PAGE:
Skittles and Donald Trump Jr. or How to Speak Up as a Brand

Sometimes, it's what we don't say or do that makes all the difference. On Monday, Donald Trump Jr. tweeted about refugees, pulling a popular brand into the conversation against its will. The image showed a white bowl full of Skittles, accompanied by the text, "“If I had a bowl of skittles and I told you just three would kill you. Would you take a handful? That’s our Syrian refugee problem.”

How we Respond

Response was swift and strong: The Clinton campaign called the post "disgusting." The Twitterverse unleashed commentary shaming the campaign:

And turning it around on the Trumps:

Major media outlets quickly chimed in, too, putting the Tweet in context of cold, hard facts:

But something inarguably good also came from the terrible Tweet. And, as I said to my coworkers, maybe I've gotten a bit too jaded, because I was surprised—and incredibly impressed—by the official response from Skittles. First off, they spoke up at all. Second, they didn't make the controversy a marketable moment. They didn't design a response Tweet. They didn't even necessarily take an official position. Instead, they released a simple statement. It read as follows:

Why we Respond

Sometimes, the loudest way to say something is also the simplest. Skittles understood that the refugee crisis is entirely too serious to capitalize on—and too serious to remain silent about, as well. These are the kinds of choices that make consumers feel genuinely good about brands. A quick search of Twitter conversation in Spredfast Intelligence reveals that conversation around Skittles grew by 2,377% over the past couple of days:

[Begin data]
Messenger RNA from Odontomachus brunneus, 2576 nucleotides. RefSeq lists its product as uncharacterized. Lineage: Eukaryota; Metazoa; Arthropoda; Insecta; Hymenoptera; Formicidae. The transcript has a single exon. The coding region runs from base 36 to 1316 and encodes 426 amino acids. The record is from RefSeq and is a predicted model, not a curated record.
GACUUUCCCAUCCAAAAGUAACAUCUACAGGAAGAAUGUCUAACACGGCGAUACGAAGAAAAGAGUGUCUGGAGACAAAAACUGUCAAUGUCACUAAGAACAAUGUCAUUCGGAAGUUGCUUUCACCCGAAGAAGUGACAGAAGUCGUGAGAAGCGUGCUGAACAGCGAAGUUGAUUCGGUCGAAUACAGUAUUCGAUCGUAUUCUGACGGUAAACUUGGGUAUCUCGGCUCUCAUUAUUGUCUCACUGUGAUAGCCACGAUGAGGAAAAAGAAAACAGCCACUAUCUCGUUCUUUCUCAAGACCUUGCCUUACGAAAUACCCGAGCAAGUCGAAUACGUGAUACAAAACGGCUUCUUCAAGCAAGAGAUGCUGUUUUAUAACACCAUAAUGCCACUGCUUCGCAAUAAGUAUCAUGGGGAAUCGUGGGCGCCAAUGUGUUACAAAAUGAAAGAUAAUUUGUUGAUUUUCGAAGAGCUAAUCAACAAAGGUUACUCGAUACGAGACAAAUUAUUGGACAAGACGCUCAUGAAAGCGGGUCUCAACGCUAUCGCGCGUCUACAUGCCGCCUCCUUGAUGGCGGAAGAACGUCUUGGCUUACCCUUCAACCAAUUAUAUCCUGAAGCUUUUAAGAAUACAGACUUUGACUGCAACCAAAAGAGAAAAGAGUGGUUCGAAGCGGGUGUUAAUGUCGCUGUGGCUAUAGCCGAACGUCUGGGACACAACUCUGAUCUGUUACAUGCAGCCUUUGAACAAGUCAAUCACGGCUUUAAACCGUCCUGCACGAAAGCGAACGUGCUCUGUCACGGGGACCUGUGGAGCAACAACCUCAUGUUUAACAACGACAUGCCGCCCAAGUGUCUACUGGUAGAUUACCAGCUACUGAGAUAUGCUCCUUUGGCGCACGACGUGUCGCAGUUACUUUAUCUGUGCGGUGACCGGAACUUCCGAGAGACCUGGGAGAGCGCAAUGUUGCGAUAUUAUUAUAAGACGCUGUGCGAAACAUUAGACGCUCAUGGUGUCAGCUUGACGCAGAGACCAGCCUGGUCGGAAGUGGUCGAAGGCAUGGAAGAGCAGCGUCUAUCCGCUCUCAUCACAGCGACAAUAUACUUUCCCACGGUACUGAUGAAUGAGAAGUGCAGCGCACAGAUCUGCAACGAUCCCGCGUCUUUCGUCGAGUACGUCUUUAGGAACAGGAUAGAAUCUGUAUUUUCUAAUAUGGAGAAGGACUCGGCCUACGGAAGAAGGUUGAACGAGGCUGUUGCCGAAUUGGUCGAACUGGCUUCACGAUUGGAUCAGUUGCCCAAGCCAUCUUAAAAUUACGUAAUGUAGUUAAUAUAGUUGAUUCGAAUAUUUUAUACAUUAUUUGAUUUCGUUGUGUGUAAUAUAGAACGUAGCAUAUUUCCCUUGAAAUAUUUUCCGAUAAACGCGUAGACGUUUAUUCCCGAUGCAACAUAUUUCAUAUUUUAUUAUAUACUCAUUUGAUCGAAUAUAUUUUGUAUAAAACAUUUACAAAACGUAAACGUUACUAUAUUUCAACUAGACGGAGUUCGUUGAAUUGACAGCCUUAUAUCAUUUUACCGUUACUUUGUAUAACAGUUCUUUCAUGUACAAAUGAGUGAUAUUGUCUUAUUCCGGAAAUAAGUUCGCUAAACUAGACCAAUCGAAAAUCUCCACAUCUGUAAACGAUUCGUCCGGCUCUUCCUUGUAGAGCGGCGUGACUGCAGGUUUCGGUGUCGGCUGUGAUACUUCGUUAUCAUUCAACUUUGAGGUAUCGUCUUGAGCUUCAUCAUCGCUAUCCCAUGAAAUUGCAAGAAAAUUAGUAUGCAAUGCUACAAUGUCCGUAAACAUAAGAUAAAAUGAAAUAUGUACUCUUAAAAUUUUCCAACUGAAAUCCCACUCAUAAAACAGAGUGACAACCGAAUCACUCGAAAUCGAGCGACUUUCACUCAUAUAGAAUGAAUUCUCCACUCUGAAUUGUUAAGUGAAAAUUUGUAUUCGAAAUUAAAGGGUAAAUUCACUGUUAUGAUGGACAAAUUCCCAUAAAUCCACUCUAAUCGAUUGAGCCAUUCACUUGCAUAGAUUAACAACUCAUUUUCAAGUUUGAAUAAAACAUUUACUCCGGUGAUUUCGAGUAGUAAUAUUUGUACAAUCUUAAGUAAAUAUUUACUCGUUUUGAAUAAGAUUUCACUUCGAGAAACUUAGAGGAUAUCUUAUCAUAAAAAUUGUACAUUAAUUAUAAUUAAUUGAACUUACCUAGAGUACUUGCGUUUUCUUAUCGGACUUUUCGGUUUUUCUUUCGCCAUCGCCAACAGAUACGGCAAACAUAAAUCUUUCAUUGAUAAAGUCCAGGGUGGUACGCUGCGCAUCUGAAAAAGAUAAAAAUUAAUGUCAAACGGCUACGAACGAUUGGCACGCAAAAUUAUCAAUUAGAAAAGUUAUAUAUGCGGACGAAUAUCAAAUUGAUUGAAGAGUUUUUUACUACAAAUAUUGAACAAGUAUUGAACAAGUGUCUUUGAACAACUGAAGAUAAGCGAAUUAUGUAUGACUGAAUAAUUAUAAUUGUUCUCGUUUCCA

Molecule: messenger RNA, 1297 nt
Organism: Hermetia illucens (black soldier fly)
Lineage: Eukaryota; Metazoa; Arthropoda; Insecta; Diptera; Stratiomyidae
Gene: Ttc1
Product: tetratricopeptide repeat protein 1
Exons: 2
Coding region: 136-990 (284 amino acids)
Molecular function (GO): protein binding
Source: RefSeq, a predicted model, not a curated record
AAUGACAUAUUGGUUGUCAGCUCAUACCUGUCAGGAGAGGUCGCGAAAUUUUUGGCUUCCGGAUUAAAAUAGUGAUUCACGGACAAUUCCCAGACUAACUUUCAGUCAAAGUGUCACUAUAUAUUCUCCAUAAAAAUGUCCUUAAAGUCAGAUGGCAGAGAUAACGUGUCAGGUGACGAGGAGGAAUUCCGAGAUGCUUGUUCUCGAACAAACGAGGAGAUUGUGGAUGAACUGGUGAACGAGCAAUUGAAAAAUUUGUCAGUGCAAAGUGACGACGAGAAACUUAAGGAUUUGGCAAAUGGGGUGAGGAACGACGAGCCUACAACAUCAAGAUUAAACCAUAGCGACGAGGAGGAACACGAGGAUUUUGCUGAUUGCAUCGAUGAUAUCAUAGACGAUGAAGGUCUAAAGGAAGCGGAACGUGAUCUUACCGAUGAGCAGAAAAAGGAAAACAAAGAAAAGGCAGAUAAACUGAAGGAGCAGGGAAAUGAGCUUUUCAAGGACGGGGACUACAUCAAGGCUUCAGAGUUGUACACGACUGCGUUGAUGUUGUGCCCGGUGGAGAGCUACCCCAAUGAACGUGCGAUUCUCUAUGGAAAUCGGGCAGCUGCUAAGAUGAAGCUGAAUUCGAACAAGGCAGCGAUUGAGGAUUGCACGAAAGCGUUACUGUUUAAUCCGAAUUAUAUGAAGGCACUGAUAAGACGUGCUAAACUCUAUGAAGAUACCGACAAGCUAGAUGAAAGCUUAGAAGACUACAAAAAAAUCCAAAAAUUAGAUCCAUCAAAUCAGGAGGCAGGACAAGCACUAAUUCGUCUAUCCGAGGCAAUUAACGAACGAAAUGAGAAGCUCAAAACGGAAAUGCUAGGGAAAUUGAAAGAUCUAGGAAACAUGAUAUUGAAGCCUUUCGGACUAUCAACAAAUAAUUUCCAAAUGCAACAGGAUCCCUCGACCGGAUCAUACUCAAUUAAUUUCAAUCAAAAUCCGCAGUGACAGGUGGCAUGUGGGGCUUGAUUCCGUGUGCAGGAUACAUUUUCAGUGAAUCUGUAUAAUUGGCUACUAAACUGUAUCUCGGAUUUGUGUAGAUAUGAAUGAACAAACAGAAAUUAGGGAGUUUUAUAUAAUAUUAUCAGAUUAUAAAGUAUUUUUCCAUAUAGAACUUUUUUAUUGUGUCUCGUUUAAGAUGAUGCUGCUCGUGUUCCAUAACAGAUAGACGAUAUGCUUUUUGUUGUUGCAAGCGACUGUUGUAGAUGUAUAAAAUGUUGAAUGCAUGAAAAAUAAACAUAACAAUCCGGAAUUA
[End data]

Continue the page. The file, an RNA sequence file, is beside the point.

And Skittles' straightforward, step-in-say-our-piece-and-be-done email has garnered national attention anyway. Skittles didn't necessarily have to say anything. But they chose to—and that choice made me feel better about my late-night Skittles purchase at CVS last night.

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Jaime Netzer's picture

Jaime Netzer

@jaimenetzer
Jaime Netzer is Content Marketing Strategist, leading content operations in marketing at Spredfast. A Lawrence, Kansas native, she traded seasons for breakfast tacos seven years ago and hasn't looked back since. Also a fiction writer and journalist, Jaime tweets semi-regularly.